Life and Debt (2001)


(director/producer: Stephanie Black; screenwriter: narration written by Jamaica Kincaid, based on her book “A Small Place”; cinematographers: Malik Sayeed, Kyle Kibbe, Richard Lannaman and Alex Nepomniaschy; editor: Jon Mullen; music: Ziggy Marley and the Melody Makers, Bob Marley, Dean Fraser, Buju Banton, Sizzla, Harry Belafonte, Mutabaruka, Rolando E. McLean, Peter Tosh and AnthonyB; cast: Belinda Becker (narrator); Runtime: 80; MPAA Rating: NR; New Yorker Films; 2001)
“Its potent message deserves to be heard.”

Reviewed by Dennis Schwartz

Stephanie Black’s educational no-frills documentary on how Jamaica has suffered economically under globalization, is not entertaining but certainly gets out its urgent message. The well-crafted documentary is narrated by Belinda Becker and is taken from Jamaica Kincaid’s 1988 non-fiction book “A Small Place.” It’s filmed as a sarcastic travelogue designed for those who wish to see the real Jamaica and not the glorified beautiful one seen by the tourists. Away from the luxury hotels where the tourists are pampered by a friendly staff, the real Jamaicans are experiencing poverty, a rise in crime, unrest, no waste disposal system, lack of hospitals, an outdated educational system and severe unemployment. Life and Debt focuses on how the International Monetary Fund has put the once successful Jamaican agriculture and industrial sectors into ruin by allowing for the country’s debt. The late former prime minister Michael Manley explains the IMF origins as coming about during 1944 to ensure the winners of WW11 that they would have enough capitol for rebuilding Europe. The IMF was not designed to help the developing countries, and when Jamaica became free of British colonialism in 1962 it had to fend for itself and because the rules of fair trade were rigged against them their home products became too expensive to compete in the world market. The big banks would only lend the needed money to help Jamaica if they opened up its border to foreign products and devalued its currency to encourage foreign investment. According to Manley, this policy ruined all productivity and caused Jamaica to be trapped in impoverished conditions where they couldn’t even grow their own food. The foreigners now control the country through debt. The amount of debt for such a small country is a staggering 7 billion dollars and through loans they must pay back to IMF at an exorbitant interest rate, they have become trapped into poverty. Jamaica now gets almost all its food by boat from Miami. The country can’t get out of this predicament unless the powerful countries like America, who have the most influence, change the IMF rules.

In one segment the film interviews female factory garment workers who work in a free-tade zone sweatshop and are paid $30 a week. They are clearly exploited, as both their pay and work conditions reduce them to be almost slavelike while their work ends up sold for a costly price in some of the most upscale places in America. They are not allowed to have a union. The sad fact is that companies like Hanes will move to other countries to get even cheaper labor, as these big businesses use the rules laid down by WTO to keep these Third World countries in the palm of their hands. Maybe that’s why the protesters took to the streets when the WTO recently met, as the mainstream news has not fully covered this situation as well as it should have. But if you believe the arguments in Life and Debt, you’ll now know why the rioters took to the streets.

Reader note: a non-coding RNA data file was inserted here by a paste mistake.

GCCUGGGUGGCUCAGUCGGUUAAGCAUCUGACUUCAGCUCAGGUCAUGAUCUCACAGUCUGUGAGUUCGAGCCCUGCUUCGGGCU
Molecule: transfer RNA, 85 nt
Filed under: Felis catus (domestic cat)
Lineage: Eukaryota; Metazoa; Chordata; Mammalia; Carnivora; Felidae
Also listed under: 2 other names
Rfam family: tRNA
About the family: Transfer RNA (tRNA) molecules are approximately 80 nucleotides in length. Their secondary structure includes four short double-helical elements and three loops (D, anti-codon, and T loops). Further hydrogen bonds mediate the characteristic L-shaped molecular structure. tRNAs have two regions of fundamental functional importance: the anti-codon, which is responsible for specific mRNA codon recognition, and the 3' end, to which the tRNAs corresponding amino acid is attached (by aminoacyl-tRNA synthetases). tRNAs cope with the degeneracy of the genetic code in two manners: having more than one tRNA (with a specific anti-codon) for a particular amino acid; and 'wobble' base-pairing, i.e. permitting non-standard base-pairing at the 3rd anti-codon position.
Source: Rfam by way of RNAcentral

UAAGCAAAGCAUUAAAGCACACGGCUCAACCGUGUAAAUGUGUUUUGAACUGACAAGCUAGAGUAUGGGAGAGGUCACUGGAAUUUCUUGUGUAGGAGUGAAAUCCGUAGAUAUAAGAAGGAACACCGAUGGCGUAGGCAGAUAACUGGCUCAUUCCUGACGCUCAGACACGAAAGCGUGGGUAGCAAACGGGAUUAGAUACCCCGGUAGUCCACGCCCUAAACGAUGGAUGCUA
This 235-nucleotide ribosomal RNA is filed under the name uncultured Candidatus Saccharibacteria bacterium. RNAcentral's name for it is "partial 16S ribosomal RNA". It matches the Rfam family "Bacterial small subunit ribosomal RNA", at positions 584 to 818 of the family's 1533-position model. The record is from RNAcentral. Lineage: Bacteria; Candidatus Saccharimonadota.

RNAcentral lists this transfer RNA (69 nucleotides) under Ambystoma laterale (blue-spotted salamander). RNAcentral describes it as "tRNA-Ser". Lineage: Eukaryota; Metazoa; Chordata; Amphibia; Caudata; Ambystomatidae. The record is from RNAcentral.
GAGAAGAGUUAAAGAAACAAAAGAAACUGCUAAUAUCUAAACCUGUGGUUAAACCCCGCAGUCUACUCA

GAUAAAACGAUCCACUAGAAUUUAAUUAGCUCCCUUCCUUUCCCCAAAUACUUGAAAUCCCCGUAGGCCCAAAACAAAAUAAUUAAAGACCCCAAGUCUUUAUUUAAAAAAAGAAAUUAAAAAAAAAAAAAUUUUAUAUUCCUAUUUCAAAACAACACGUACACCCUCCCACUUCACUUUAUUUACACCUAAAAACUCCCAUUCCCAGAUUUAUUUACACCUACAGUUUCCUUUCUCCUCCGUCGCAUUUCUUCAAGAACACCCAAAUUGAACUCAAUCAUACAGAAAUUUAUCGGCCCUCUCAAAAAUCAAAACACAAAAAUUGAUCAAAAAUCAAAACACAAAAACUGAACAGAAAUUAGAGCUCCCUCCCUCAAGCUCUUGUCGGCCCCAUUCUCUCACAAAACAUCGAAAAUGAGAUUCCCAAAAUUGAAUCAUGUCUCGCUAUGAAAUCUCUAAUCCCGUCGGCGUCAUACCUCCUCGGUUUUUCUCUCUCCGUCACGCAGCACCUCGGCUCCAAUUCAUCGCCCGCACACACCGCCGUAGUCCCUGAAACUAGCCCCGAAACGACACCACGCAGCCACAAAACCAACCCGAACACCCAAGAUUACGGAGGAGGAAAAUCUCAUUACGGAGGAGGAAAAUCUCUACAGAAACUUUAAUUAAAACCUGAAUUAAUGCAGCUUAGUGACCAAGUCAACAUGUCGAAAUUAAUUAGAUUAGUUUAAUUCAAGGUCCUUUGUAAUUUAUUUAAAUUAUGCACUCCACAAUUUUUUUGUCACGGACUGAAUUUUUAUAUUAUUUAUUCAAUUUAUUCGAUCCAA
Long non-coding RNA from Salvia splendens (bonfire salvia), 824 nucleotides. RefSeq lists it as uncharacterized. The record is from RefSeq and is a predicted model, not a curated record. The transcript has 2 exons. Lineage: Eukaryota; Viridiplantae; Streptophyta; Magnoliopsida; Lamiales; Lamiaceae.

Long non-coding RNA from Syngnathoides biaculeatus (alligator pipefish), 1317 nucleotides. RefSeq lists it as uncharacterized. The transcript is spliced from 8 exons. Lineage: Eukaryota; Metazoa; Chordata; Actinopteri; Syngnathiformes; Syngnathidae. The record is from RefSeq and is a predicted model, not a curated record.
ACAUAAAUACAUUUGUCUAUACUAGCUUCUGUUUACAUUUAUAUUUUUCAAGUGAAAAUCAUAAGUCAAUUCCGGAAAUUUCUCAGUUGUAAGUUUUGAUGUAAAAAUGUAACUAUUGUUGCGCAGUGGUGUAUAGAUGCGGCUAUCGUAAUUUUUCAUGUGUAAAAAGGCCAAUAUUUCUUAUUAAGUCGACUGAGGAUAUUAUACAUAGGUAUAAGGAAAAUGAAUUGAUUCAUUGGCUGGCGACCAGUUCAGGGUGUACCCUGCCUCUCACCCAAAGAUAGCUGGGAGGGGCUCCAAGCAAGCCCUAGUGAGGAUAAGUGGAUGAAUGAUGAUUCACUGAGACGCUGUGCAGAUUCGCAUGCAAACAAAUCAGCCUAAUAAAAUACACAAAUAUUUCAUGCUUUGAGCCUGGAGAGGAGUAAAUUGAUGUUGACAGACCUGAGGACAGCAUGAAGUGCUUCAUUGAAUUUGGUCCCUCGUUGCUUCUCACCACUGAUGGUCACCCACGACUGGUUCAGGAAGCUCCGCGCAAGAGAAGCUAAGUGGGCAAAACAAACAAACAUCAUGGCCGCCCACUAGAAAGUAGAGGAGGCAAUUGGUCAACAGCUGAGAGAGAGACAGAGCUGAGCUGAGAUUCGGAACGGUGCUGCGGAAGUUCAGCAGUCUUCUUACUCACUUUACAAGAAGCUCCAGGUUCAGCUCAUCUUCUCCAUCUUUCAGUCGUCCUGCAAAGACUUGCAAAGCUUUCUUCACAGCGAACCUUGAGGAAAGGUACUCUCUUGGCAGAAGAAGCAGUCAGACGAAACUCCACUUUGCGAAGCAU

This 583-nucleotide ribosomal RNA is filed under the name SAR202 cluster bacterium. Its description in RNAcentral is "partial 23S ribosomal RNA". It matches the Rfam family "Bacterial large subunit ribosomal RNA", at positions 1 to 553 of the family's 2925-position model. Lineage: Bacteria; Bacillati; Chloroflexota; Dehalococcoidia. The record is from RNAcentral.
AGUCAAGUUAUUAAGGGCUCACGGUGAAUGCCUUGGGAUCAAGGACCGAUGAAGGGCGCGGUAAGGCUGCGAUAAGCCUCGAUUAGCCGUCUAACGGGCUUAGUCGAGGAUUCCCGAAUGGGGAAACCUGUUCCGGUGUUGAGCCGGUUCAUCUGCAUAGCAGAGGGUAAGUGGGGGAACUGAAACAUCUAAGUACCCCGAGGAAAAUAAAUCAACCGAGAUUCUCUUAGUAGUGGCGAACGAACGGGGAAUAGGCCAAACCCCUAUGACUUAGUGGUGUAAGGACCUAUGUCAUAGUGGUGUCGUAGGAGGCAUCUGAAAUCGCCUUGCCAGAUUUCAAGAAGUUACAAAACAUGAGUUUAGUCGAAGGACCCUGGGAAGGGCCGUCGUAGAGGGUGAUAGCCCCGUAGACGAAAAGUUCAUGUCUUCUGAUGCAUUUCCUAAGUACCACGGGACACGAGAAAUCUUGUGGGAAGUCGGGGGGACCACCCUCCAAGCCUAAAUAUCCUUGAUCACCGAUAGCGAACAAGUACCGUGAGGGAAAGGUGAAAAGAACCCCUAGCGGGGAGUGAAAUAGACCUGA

Since the film is basically a lesson in how the economic system works to screw the Jamaicans there’s nothing sexy or exciting to view, but the power lies in viewing how these economic policies have a devastating impact on the Jamaican people and their culture. To contrast the lives of the tourists with the natives, the film follows an affluent tour group staying on holiday for a week to relax and enjoy the sun but without venturing out of their hotel to see the factory closings or see the hunger on the faces of a desperate population. The film is aimed at an American audience to get a a truer picture than they have been getting from their politicians and the media about globalization and how it helps those in undeveloped countries. “Debt” presents tragic conditions that counter the one-sided arguments about fair trade being the panacea for the world’s economic problems.

In a calm detached voice, Stanley Fischer a spokesman for the IMF explains throughout the film that the organization is helping Jamaica get started on their recovery and the pains they are experiencing will go away once the economic program gets on track. The Jamaicans see this as a lot of double talk, and all they feel now is the pain. As the unsettling images of the well-fed tourists with the starving Jamaicans is contrasted, one’s heart naturally goes out to the vics in this vicious capitalist struggle that ignores the masses so the wealthy can become even more wealthy in an obscene way. The documentary already played on PBS, where it belongs. It will probably only reach a limited theater or video audience, but its potent message deserves to be heard. Yet I must also say that emotionally the film was stirring as a work of liberal propaganda, but as an example of aesthetic cinema even the great Jamaican musicians playing in the background couldn’t make this baby hum. It probably has little chance to reach a wider audience than the usual suspects who gravitate to ‘human rights’ causes, and that’s unfortunate.